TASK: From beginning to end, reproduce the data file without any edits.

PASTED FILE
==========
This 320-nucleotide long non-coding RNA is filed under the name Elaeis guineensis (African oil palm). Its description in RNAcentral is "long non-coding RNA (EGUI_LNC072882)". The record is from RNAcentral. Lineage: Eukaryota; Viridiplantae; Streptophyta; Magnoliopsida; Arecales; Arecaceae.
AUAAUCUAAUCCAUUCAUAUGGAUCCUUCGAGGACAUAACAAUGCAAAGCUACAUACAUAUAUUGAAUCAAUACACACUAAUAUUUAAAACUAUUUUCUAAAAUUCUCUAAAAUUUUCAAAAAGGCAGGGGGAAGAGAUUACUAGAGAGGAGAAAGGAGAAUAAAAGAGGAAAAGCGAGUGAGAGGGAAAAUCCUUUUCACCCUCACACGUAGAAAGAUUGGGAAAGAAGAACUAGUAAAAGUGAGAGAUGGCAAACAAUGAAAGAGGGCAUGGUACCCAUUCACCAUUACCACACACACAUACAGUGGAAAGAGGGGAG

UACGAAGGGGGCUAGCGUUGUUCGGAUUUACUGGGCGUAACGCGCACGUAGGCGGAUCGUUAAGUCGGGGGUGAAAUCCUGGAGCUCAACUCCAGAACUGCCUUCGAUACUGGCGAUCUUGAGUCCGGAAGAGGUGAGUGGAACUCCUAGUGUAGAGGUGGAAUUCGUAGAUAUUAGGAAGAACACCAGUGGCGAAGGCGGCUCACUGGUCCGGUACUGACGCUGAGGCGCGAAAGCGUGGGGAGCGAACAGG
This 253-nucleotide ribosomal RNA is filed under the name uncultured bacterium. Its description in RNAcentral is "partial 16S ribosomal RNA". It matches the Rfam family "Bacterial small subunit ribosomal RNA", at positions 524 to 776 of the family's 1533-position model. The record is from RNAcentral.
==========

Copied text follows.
This 320-nucleotide long non-coding RNA is filed under the name Elaeis guineensis (African oil palm). Its description in RNAcentral is "long non-coding RNA (EGUI_LNC072882)". The record is from RNAcentral. Lineage: Eukaryota; Viridiplantae; Streptophyta; Magnoliopsida; Arecales; Arecaceae.
AUAAUCUAAUCCAUUCAUAUGGAUCCUUCGAGGACAUAACAAUGCAAAGCUACAUACAUAUAUUGAAUCAAUACACACUAAUAUUUAAAACUAUUUUCUAAAAUUCUCUAAAAUUUUCAAAAAGGCAGGGGGAAGAGAUUACUAGAGAGGAGAAAGGAGAAUAAAAGAGGAAAAGCGAGUGAGAGGGAAAAUCCUUUUCACCCUCACACGUAGAAAGAUUGGGAAAGAAGAACUAGUAAAAGUGAGAGAUGGCAAACAAUGAAAGAGGGCAUGGUACCCAUUCACCAUUACCACACACACAUACAGUGGAAAGAGGGGAG

UACGAAGGGGGCUAGCGUUGUUCGGAUUUACUGGGCGUAACGCGCACGUAGGCGGAUCGUUAAGUCGGGGGUGAAAUCCUGGAGCUCAACUCCAGAACUGCCUUCGAUACUGGCGAUCUUGAGUCCGGAAGAGGUGAGUGGAACUCCUAGUGUAGAGGUGGAAUUCGUAGAUAUUAGGAAGAACACCAGUGGCGAAGGCGGCUCACUGGUCCGGUACUGACGCUGAGGCGCGAAAGCGUGGGGAGCGAACAGG
This 253-nucleotide ribosomal RNA is filed under the name uncultured bacterium. Its description in RNAcentral is "partial 16S ribosomal RNA". It matches the Rfam family "Bacterial small subunit ribosomal RNA", at positions 524 to 776 of the family's 1533-position model. The record is from RNAcentral.